Focus on mental health triage in disaster preparedness urged

In a commentary appearing in the journal Biosecurity and Bioterrorism, bioethicists at Johns Hopkins University said that disaster response planning must focus on the special needs of people who suffer from pre-existing and serious mental conditions.

In the commentary, faculty from the Johns Hopkins Berman Institute of Bioethics say more attention should be given to managing and triaging those identified as having mental disorders and that the group must be given as much consideration during planning as those with physical injuries and more obvious anxiety-related reactions.

"Disasters limit the availability of resources, and these groups are especially vulnerable because they cannot advocate for themselves," Peter Rabins, a core faculty member at the Berman Institute, said. "But little attention has been given to the ethical challenges that arise when resources are limited, to the importance of identifying these ethical issues ahead of time, and for establishing mechanisms to address these moral dilemmas."

A study cited by the authors found that 22 percent of Hurricane Katrina survivors who had pre-existing mental disorders faced terminated or limited treatment after the disaster. This includes patients with dementia, chronic pain with a dependency on opiates, and substance abusers who are receive benzodiazepines as treatment.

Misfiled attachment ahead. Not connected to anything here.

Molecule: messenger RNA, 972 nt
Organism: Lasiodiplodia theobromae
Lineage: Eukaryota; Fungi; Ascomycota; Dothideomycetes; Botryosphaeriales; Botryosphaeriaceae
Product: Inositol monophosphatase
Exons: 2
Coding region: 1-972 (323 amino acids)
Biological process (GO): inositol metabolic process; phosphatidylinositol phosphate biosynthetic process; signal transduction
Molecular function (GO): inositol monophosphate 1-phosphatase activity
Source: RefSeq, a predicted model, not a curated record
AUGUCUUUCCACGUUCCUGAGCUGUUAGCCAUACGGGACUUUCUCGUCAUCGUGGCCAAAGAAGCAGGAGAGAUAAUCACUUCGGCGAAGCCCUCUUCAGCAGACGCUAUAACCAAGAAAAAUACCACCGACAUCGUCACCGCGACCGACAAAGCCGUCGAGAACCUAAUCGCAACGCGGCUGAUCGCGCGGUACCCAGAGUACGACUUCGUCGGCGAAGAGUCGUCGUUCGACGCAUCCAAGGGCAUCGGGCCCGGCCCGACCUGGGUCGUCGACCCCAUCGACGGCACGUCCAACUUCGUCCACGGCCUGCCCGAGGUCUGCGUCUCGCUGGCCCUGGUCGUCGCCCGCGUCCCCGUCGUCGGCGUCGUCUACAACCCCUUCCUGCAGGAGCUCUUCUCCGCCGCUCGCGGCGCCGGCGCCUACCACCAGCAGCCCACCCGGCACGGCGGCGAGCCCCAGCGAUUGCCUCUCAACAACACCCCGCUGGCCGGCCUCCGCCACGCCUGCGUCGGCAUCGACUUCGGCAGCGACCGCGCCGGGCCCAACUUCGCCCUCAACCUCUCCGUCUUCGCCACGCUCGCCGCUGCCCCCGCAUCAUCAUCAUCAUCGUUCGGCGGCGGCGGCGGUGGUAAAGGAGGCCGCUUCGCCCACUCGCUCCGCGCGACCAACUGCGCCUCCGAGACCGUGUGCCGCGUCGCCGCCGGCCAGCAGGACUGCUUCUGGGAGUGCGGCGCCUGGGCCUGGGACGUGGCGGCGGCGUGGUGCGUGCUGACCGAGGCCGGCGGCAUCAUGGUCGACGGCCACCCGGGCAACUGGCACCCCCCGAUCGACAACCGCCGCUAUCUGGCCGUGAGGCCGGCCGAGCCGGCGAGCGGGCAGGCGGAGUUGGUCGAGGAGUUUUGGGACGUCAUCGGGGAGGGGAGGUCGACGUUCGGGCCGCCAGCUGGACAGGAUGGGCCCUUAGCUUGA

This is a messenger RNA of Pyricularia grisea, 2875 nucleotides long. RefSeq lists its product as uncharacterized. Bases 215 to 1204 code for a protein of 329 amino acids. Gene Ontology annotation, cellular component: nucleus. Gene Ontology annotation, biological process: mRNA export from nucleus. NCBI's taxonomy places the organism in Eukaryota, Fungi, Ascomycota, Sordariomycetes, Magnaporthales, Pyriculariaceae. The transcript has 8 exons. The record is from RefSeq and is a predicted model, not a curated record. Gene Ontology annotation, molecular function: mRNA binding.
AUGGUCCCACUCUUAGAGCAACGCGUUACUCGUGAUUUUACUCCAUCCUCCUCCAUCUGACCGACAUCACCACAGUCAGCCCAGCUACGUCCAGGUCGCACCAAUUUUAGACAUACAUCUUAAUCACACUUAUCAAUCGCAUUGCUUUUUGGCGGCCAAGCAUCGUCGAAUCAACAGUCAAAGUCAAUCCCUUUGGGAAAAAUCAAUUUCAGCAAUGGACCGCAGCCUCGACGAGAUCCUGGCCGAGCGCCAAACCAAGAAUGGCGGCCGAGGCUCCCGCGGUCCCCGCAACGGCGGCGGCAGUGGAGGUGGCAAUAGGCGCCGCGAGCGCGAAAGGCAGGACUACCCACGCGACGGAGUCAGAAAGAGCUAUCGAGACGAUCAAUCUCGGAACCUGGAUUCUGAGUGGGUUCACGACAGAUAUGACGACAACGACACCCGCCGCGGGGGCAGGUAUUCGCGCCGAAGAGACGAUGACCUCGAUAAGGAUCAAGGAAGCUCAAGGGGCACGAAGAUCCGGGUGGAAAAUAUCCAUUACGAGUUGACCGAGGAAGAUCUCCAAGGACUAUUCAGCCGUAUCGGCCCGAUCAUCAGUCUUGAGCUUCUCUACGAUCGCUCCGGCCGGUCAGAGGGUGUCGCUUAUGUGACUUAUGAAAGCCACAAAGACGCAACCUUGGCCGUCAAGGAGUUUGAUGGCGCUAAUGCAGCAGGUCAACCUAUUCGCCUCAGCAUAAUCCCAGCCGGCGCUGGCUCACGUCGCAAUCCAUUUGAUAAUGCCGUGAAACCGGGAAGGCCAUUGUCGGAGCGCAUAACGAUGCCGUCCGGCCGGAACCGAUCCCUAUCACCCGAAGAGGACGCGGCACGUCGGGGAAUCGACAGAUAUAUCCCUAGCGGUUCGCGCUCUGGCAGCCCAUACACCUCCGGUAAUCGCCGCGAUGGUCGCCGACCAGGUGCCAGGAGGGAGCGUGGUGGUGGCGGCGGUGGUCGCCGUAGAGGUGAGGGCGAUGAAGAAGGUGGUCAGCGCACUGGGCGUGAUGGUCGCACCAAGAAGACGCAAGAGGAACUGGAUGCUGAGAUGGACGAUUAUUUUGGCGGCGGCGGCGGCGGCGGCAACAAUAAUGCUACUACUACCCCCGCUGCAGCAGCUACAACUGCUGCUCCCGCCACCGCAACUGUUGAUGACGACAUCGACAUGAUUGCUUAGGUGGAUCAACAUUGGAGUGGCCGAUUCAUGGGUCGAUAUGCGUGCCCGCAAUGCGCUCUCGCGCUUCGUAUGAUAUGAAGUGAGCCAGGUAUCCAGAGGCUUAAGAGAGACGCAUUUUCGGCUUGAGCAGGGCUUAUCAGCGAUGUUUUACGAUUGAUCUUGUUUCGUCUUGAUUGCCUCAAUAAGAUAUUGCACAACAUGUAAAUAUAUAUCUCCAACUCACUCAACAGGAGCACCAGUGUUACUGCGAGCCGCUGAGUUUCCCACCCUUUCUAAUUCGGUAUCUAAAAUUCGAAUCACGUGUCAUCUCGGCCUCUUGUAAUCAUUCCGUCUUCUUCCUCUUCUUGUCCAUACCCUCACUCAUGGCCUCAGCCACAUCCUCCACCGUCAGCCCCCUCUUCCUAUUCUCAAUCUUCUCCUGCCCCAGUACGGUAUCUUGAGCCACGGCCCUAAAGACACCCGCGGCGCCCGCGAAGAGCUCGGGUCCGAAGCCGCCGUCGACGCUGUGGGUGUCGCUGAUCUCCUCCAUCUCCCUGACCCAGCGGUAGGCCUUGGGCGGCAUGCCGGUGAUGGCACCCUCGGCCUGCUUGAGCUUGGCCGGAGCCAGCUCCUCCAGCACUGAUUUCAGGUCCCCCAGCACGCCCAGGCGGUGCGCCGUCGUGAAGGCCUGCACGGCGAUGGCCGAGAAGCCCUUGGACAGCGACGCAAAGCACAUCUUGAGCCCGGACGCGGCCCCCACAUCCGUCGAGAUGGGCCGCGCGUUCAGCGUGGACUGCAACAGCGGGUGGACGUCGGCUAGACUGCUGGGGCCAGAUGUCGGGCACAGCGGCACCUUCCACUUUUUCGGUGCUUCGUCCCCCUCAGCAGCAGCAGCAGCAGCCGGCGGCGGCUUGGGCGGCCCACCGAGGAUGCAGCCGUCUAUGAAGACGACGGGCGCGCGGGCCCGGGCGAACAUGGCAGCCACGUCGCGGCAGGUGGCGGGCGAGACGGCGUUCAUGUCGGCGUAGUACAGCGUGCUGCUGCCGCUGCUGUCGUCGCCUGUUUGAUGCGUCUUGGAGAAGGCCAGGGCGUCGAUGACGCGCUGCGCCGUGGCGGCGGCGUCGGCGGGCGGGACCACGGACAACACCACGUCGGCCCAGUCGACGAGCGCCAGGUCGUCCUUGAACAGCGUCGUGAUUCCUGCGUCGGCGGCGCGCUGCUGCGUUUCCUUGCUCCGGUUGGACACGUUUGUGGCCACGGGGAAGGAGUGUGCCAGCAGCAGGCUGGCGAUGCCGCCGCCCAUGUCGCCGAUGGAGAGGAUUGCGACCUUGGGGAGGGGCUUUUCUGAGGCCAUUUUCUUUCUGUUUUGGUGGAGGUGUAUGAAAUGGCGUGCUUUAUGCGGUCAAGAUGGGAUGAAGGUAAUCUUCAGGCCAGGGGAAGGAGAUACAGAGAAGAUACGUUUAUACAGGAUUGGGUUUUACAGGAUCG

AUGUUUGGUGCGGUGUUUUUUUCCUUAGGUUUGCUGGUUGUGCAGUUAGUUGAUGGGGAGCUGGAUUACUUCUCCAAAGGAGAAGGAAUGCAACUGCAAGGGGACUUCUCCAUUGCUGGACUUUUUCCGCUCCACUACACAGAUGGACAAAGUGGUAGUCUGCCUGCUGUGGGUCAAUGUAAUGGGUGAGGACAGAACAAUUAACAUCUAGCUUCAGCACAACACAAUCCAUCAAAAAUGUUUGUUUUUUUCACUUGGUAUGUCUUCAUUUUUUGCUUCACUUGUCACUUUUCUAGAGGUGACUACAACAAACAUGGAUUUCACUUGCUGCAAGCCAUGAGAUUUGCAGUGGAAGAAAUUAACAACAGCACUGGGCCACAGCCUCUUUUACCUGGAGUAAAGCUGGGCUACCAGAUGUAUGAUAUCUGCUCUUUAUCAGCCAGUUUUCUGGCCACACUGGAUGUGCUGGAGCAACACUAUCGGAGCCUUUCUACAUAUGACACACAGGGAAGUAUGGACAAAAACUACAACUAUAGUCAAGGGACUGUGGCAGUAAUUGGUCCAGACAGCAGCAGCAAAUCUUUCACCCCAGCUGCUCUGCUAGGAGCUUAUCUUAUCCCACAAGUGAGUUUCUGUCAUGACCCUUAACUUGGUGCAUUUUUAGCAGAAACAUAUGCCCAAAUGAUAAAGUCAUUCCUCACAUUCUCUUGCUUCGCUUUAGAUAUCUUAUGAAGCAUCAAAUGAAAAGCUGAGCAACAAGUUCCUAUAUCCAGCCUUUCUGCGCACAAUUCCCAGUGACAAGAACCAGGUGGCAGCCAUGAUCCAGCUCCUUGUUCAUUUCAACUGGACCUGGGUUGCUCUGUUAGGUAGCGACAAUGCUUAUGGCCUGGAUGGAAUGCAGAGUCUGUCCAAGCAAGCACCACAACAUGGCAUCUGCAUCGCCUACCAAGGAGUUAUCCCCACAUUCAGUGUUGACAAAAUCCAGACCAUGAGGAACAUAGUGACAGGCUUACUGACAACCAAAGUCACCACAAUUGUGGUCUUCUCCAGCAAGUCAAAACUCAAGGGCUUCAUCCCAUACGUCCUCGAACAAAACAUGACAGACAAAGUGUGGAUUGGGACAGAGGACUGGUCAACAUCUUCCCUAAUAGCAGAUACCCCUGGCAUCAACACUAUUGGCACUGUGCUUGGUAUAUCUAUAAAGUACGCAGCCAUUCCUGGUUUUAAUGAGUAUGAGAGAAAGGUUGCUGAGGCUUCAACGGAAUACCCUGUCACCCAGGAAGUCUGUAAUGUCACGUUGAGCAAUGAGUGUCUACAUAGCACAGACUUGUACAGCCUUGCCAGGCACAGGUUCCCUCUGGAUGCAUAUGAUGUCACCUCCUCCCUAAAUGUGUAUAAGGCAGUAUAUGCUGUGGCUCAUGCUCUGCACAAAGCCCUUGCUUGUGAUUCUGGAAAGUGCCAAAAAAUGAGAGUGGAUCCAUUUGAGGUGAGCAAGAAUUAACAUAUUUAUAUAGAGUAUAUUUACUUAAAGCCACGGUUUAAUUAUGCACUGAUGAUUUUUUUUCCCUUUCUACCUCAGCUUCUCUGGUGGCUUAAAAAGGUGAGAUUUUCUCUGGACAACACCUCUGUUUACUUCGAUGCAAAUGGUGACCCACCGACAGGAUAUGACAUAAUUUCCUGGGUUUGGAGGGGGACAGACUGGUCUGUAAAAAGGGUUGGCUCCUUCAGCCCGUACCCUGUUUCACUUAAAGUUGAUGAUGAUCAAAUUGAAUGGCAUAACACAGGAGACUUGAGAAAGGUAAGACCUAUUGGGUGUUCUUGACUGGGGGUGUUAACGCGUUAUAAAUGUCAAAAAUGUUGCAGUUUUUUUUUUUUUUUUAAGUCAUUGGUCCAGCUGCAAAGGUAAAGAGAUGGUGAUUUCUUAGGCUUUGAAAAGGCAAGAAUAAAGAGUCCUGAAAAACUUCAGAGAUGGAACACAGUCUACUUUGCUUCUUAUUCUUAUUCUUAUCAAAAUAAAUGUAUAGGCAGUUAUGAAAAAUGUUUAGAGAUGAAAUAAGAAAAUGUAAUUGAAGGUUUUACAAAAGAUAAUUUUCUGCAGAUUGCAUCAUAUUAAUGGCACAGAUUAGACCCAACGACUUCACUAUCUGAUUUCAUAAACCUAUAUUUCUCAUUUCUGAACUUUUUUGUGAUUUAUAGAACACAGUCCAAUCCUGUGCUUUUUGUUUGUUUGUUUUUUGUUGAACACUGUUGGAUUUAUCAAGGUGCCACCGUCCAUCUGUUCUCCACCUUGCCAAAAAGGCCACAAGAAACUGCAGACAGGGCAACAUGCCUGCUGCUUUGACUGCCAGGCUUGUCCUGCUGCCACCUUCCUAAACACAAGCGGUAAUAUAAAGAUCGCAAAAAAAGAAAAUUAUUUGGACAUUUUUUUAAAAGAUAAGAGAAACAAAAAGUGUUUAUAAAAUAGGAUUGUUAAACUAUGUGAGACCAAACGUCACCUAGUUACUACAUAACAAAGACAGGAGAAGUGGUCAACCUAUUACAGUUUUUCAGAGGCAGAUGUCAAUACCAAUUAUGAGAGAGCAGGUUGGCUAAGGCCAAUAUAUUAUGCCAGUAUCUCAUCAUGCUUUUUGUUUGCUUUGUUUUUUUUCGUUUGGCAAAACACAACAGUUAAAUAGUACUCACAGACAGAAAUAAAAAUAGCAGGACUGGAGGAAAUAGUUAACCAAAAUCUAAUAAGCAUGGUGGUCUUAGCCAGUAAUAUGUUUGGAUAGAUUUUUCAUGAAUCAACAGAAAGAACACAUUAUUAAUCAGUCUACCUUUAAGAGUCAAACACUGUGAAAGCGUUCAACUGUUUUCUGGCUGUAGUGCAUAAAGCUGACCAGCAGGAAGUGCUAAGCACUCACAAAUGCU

"Disaster-response managers and those on the front line are well aware that survivors may succumb to PTSD and other mental disorders," Rabins said. "but sudden devastation also puts people with both lifelong and acquired intellectual disabilities in grave danger as well."

The authors recommend that disaster-response planners proactively anticipate and identify needs that could arise by meeting with public health officials and conditions. They say that first-responders should be trained to identify those with pre-existing mental conditions and turning to volunteers from the community to distribute basic materials and temporary services.

In addition, they say that planners should focus on ethical challenges that could occur when assisting the mentally disabled during and after a disaster by adopting a “crisis of care” constant with guidelines from the Institute of Medicine.